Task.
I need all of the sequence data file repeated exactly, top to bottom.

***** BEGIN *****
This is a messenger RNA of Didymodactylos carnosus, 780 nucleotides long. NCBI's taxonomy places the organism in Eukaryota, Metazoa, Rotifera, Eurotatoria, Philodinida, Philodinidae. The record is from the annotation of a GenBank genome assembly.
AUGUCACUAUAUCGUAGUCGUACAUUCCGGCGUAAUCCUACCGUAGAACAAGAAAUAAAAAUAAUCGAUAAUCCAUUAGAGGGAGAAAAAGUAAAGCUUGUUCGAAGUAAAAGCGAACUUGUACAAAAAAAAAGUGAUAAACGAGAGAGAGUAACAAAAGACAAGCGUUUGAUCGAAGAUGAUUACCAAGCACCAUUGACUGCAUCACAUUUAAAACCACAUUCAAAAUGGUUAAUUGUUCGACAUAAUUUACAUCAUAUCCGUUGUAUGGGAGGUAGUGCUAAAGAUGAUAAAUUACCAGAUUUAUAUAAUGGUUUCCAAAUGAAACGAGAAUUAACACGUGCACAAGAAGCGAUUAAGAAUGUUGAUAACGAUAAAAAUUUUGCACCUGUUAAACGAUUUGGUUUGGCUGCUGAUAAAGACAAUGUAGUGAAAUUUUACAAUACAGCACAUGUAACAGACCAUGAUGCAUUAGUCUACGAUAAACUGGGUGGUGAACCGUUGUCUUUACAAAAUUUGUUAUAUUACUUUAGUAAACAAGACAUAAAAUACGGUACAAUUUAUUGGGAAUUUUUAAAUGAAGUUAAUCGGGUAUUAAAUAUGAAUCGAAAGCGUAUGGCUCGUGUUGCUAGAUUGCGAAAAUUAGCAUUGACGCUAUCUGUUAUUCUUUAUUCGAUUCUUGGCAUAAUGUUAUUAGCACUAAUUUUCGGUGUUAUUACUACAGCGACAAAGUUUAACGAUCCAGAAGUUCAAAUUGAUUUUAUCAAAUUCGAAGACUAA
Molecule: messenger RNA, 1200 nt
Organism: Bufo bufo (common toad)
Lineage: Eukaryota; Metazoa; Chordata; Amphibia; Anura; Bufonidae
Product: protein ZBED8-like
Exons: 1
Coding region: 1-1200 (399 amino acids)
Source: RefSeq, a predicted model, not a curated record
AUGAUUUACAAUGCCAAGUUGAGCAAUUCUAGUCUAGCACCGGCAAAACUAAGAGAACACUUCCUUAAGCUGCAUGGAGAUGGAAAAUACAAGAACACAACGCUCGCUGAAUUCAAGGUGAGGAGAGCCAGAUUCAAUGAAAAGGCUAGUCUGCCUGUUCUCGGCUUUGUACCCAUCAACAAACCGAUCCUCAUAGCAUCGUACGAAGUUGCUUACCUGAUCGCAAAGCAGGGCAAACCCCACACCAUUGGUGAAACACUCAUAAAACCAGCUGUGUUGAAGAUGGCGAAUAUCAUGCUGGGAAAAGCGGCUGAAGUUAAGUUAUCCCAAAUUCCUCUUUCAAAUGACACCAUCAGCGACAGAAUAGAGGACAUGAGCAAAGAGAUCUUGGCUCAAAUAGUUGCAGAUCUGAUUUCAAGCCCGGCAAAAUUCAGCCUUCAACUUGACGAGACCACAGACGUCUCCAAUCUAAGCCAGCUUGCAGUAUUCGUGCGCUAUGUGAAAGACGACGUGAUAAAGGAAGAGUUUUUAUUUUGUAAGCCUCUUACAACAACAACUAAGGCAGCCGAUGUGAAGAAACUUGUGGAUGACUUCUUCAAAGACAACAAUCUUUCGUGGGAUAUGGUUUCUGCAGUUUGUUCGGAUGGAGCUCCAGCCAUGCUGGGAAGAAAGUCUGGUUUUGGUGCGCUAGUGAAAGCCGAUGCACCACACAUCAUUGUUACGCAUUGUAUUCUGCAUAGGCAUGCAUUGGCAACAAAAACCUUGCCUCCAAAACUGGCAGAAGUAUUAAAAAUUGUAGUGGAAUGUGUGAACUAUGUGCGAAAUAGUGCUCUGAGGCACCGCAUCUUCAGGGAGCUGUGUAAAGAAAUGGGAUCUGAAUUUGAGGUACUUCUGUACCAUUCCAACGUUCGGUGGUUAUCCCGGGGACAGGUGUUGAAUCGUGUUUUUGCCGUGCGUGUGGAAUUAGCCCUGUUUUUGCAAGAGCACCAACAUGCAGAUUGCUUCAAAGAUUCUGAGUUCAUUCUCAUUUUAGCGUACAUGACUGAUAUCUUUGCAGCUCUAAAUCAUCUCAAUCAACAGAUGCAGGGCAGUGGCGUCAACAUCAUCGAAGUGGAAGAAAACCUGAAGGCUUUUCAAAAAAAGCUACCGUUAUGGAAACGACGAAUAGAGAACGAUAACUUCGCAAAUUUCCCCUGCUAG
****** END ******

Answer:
This is a messenger RNA of Didymodactylos carnosus, 780 nucleotides long. NCBI's taxonomy places the organism in Eukaryota, Metazoa, Rotifera, Eurotatoria, Philodinida, Philodinidae. The record is from the annotation of a GenBank genome assembly.
AUGUCACUAUAUCGUAGUCGUACAUUCCGGCGUAAUCCUACCGUAGAACAAGAAAUAAAAAUAAUCGAUAAUCCAUUAGAGGGAGAAAAAGUAAAGCUUGUUCGAAGUAAAAGCGAACUUGUACAAAAAAAAAGUGAUAAACGAGAGAGAGUAACAAAAGACAAGCGUUUGAUCGAAGAUGAUUACCAAGCACCAUUGACUGCAUCACAUUUAAAACCACAUUCAAAAUGGUUAAUUGUUCGACAUAAUUUACAUCAUAUCCGUUGUAUGGGAGGUAGUGCUAAAGAUGAUAAAUUACCAGAUUUAUAUAAUGGUUUCCAAAUGAAACGAGAAUUAACACGUGCACAAGAAGCGAUUAAGAAUGUUGAUAACGAUAAAAAUUUUGCACCUGUUAAACGAUUUGGUUUGGCUGCUGAUAAAGACAAUGUAGUGAAAUUUUACAAUACAGCACAUGUAACAGACCAUGAUGCAUUAGUCUACGAUAAACUGGGUGGUGAACCGUUGUCUUUACAAAAUUUGUUAUAUUACUUUAGUAAACAAGACAUAAAAUACGGUACAAUUUAUUGGGAAUUUUUAAAUGAAGUUAAUCGGGUAUUAAAUAUGAAUCGAAAGCGUAUGGCUCGUGUUGCUAGAUUGCGAAAAUUAGCAUUGACGCUAUCUGUUAUUCUUUAUUCGAUUCUUGGCAUAAUGUUAUUAGCACUAAUUUUCGGUGUUAUUACUACAGCGACAAAGUUUAACGAUCCAGAAGUUCAAAUUGAUUUUAUCAAAUUCGAAGACUAA
Molecule: messenger RNA, 1200 nt
Organism: Bufo bufo (common toad)
Lineage: Eukaryota; Metazoa; Chordata; Amphibia; Anura; Bufonidae
Product: protein ZBED8-like
Exons: 1
Coding region: 1-1200 (399 amino acids)
Source: RefSeq, a predicted model, not a curated record
AUGAUUUACAAUGCCAAGUUGAGCAAUUCUAGUCUAGCACCGGCAAAACUAAGAGAACACUUCCUUAAGCUGCAUGGAGAUGGAAAAUACAAGAACACAACGCUCGCUGAAUUCAAGGUGAGGAGAGCCAGAUUCAAUGAAAAGGCUAGUCUGCCUGUUCUCGGCUUUGUACCCAUCAACAAACCGAUCCUCAUAGCAUCGUACGAAGUUGCUUACCUGAUCGCAAAGCAGGGCAAACCCCACACCAUUGGUGAAACACUCAUAAAACCAGCUGUGUUGAAGAUGGCGAAUAUCAUGCUGGGAAAAGCGGCUGAAGUUAAGUUAUCCCAAAUUCCUCUUUCAAAUGACACCAUCAGCGACAGAAUAGAGGACAUGAGCAAAGAGAUCUUGGCUCAAAUAGUUGCAGAUCUGAUUUCAAGCCCGGCAAAAUUCAGCCUUCAACUUGACGAGACCACAGACGUCUCCAAUCUAAGCCAGCUUGCAGUAUUCGUGCGCUAUGUGAAAGACGACGUGAUAAAGGAAGAGUUUUUAUUUUGUAAGCCUCUUACAACAACAACUAAGGCAGCCGAUGUGAAGAAACUUGUGGAUGACUUCUUCAAAGACAACAAUCUUUCGUGGGAUAUGGUUUCUGCAGUUUGUUCGGAUGGAGCUCCAGCCAUGCUGGGAAGAAAGUCUGGUUUUGGUGCGCUAGUGAAAGCCGAUGCACCACACAUCAUUGUUACGCAUUGUAUUCUGCAUAGGCAUGCAUUGGCAACAAAAACCUUGCCUCCAAAACUGGCAGAAGUAUUAAAAAUUGUAGUGGAAUGUGUGAACUAUGUGCGAAAUAGUGCUCUGAGGCACCGCAUCUUCAGGGAGCUGUGUAAAGAAAUGGGAUCUGAAUUUGAGGUACUUCUGUACCAUUCCAACGUUCGGUGGUUAUCCCGGGGACAGGUGUUGAAUCGUGUUUUUGCCGUGCGUGUGGAAUUAGCCCUGUUUUUGCAAGAGCACCAACAUGCAGAUUGCUUCAAAGAUUCUGAGUUCAUUCUCAUUUUAGCGUACAUGACUGAUAUCUUUGCAGCUCUAAAUCAUCUCAAUCAACAGAUGCAGGGCAGUGGCGUCAACAUCAUCGAAGUGGAAGAAAACCUGAAGGCUUUUCAAAAAAAGCUACCGUUAUGGAAACGACGAAUAGAGAACGAUAACUUCGCAAAUUUCCCCUGCUAG